What defines the “quality” of a PSU?
There are literally hundreds of specifications we can look at. In my opinion these are the most important:
1. Load regulation: How well the PSU is able to maintain a steady output voltage with changes to the load applied to it.
2. Line regulation: How well the PSU is able to maintain a steady output voltage with changes to the input voltage.
3. Ripple & noise rejection: How well the PSU can filter out ripple and noise.
4. Stability: How well the PSU is able to maintain a steady output voltage in the face of different types of load.
5. Thermal drift: How well the PSU is able to deal with temperature changes.
6. Output impedance: This is added for completeness but is covered under point 1 – load regulation.
What is power supply voltage ripple?
Voltage ripple, or simply referred to as “ripple” is a side-effect of converting AC to DC. This phenomenon occurs in both linear and switch-mode (SMPS) power supplies.
AC Mains power is “pulsed” as a sine wave between the LIVE and NEUTRAL lines at a frequency of between 50Hz and 60Hz (country dependent). The LIVE line switches between positive voltage and negative voltage (with respect to NEUTRAL) at each cycle, thus if you live in a country with 50Hz mains, we will have 50 cycles of positive potential and 50 cycles of negative potential each second.
The transformer receives AC voltage and current from the mains. It then “transforms” this input voltage to an output voltage which is normally lower (but can also be higher) than the mains voltage. As an example, if the mains voltage is 230V RMS, and we have a transformer with 10:1 ratio between input and output, then we will see 23V RMS on the output.
The transformer output is still an AC waveform which “pulses” at the same frequency as the AC Mains. Because the output is still AC, we then feed this transformer output into a full wave bridge rectifier. The bridge rectifier doesn’t do anything to the shape and size of the pulses – what it does do is ensure that all the pulses are of the same polarity. After the bridge rectifier we now have pulsed DC.
If you look at the graph above you will see that the output voltage pulses are all of the same polarity (DC), but the output voltage is hardly steady. It pulses between 0 V and peak which isn’t really useful to us yet. The next thing we need to do is find a way to “filter” that pulsating power into something that’s a bit more steady. This is done using a capacitor.
The capacitor acts like a very fast battery – the incoming pulse charges up the capacitor to full voltage. As the transformer pulse voltage starts to decline down to zero, the stored energy inside the capacitor will do its best to maintain the output voltage.
Now: The reason we have a power supply in the first place is because we have some kind of circuit that needs power. This circuit will have a certain current requirement which needs to be met by the power supply. This current draw we are referring to is called the “load”.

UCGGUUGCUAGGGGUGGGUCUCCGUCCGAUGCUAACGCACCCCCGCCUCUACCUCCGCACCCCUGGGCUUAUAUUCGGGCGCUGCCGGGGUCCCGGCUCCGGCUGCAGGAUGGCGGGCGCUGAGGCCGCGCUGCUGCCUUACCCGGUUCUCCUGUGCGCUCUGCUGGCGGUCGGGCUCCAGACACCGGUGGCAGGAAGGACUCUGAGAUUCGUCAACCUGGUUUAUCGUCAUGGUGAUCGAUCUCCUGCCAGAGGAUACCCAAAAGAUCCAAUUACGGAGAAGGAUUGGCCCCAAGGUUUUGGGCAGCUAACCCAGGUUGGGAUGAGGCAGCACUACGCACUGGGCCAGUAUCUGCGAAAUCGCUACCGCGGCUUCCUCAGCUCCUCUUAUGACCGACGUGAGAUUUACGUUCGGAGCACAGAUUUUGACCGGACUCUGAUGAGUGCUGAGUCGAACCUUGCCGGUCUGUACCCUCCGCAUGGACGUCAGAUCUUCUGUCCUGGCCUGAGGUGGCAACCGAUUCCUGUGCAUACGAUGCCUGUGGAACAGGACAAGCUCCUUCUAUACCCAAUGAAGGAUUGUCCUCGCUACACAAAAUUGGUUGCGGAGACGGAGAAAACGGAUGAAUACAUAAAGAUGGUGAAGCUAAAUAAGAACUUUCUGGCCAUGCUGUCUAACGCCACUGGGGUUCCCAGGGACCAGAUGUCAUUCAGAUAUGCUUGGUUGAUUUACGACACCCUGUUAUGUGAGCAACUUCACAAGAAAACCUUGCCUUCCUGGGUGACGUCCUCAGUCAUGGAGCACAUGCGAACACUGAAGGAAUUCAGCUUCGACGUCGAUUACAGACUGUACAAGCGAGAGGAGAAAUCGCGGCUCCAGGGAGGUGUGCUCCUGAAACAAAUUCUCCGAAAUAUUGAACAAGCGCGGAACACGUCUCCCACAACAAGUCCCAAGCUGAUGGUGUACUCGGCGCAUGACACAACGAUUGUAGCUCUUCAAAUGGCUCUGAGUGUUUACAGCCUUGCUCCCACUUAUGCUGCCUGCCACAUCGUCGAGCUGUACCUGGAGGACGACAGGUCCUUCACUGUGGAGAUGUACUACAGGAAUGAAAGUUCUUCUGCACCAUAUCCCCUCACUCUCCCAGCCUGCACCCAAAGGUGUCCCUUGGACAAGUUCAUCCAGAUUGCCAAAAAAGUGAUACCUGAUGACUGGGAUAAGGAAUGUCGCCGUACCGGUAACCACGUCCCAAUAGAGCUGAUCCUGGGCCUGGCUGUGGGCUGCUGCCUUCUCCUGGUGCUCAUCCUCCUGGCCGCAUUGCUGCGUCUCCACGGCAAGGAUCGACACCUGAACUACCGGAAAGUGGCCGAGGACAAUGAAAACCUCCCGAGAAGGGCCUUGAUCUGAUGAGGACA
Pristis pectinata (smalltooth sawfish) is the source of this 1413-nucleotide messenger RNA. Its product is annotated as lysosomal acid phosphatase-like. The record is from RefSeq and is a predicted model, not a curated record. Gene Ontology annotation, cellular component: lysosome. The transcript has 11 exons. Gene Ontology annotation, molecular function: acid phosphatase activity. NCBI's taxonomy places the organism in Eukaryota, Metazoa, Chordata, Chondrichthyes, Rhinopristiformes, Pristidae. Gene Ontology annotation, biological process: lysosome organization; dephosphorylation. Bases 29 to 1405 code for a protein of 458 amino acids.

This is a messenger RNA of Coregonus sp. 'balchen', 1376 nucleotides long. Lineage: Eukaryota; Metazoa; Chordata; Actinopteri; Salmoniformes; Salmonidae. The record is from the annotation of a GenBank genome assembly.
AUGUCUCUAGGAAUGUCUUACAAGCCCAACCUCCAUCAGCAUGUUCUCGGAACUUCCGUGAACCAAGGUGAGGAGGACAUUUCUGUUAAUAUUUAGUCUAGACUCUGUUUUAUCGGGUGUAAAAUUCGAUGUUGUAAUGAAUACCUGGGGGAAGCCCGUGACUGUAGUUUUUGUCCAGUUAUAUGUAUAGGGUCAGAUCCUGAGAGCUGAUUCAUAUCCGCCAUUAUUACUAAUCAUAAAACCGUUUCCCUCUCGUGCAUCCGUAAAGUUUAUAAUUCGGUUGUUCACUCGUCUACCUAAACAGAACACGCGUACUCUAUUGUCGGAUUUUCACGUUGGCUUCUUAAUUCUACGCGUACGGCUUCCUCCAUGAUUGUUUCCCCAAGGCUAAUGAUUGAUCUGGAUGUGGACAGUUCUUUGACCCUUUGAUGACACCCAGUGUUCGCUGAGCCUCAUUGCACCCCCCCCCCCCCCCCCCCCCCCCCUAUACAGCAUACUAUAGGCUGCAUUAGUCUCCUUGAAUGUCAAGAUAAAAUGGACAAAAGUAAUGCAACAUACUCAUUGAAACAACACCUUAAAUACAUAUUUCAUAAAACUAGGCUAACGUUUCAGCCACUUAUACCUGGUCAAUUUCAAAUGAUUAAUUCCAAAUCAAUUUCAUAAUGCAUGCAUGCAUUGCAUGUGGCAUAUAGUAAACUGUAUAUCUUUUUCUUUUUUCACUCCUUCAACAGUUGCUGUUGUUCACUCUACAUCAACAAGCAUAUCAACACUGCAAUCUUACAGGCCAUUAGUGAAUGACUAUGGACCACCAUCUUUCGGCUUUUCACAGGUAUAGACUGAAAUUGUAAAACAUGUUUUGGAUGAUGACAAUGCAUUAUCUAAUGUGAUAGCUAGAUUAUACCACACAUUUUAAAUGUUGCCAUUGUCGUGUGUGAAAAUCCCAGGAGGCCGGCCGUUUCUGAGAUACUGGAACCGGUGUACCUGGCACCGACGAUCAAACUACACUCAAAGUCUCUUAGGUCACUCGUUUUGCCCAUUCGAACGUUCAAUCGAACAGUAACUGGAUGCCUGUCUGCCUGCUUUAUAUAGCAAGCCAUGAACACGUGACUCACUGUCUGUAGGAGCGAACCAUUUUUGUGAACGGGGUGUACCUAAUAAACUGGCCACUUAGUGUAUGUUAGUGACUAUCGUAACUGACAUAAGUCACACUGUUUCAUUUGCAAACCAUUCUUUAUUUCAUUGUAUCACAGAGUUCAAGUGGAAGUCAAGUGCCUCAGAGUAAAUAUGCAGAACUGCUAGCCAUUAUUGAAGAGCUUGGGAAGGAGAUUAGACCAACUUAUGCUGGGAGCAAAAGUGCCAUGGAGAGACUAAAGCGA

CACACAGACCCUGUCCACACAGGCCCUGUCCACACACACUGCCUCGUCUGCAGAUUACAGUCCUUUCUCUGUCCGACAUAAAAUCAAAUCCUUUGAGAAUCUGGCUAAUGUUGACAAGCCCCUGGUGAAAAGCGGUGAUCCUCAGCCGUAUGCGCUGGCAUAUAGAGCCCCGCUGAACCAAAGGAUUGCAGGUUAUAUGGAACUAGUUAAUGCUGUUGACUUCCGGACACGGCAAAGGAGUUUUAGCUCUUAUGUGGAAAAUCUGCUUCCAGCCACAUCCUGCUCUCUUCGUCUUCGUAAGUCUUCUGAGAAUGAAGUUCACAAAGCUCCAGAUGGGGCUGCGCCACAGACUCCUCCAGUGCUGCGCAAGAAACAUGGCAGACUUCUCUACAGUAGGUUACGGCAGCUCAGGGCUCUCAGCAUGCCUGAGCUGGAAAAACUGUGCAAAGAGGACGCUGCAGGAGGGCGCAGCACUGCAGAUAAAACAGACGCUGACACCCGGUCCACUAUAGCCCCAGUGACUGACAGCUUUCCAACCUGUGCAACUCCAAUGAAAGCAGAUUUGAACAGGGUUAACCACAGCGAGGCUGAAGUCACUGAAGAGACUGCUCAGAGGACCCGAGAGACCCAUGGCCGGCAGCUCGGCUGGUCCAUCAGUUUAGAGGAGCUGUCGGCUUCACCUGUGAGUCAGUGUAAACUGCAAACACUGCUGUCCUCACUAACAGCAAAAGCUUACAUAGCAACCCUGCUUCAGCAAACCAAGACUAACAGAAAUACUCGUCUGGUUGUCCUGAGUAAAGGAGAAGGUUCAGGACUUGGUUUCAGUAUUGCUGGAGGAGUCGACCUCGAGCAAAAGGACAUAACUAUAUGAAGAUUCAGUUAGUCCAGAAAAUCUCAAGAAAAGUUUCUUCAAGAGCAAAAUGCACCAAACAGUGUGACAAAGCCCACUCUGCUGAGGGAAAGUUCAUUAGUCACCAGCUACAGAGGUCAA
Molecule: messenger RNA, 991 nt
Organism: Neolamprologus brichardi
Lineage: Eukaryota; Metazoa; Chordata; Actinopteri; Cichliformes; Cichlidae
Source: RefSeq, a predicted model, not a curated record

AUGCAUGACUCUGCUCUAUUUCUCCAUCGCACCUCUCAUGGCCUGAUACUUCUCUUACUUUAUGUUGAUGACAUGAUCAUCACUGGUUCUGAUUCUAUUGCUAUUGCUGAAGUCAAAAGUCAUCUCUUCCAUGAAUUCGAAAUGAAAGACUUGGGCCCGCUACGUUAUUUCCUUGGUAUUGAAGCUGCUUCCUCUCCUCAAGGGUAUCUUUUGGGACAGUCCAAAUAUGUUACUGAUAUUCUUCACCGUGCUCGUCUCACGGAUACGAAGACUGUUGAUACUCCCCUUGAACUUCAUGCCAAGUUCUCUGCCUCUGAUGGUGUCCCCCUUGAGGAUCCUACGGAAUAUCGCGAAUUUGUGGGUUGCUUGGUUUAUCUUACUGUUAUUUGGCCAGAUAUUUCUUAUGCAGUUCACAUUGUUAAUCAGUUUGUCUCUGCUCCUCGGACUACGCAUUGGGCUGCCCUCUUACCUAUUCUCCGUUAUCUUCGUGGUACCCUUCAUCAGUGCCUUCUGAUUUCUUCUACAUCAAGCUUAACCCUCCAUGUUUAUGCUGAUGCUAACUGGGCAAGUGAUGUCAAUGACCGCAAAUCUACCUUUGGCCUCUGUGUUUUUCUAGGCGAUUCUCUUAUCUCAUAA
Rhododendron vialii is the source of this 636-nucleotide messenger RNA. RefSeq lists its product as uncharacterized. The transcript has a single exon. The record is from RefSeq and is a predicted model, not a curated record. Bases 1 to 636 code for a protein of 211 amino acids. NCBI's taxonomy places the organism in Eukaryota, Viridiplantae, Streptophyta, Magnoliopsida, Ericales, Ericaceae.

So let’s look at what happens when we have a power supply connected to a load: The incoming power pulse (via the transformer and bridge rectifier) charges up the capacitor so we now have full power available. As the transformer pulse starts going down to 0, the power supply voltage is maintained by the capacitor alone. In the meantime the load on the power supply is drawing current from the supply. Seeing as the energy is provided solely by the capacitor, the available energy inside the capacitor is diminishing as the load consumes it, therefore the power supply output voltage is dropping. This keeps happening until the next transformer pulse comes along and recharges the capacitor to full, after which the cycle repeats. This can be seen graphically in the figure below.
The grey line represents the transformer pulses (via the bridge rectifier) and the red line represents the output voltage of the power supply. It clearly shows the recharging and diminishing of the capacitor as discussed above.
Looking closely at the red line in the graph above, you will notice it has a specific amount by which it varies along the Y axis (Voltage). This variation in voltage is called the ripple voltage of the power supply.
The amount of ripple (ie – the total variation in output voltage) is determined by 2 things: the total amount of capacitance used and the current draw of the load.
The more capacitance we use, the more energy “storage” we have available, thus the less the load will diminish the voltage between pulses, thus more capacitance = less voltage ripple.
Conversely, the higher the current draw from our load, the faster the energy stored in our capacitor will diminish, thus higher load current = more voltage ripple.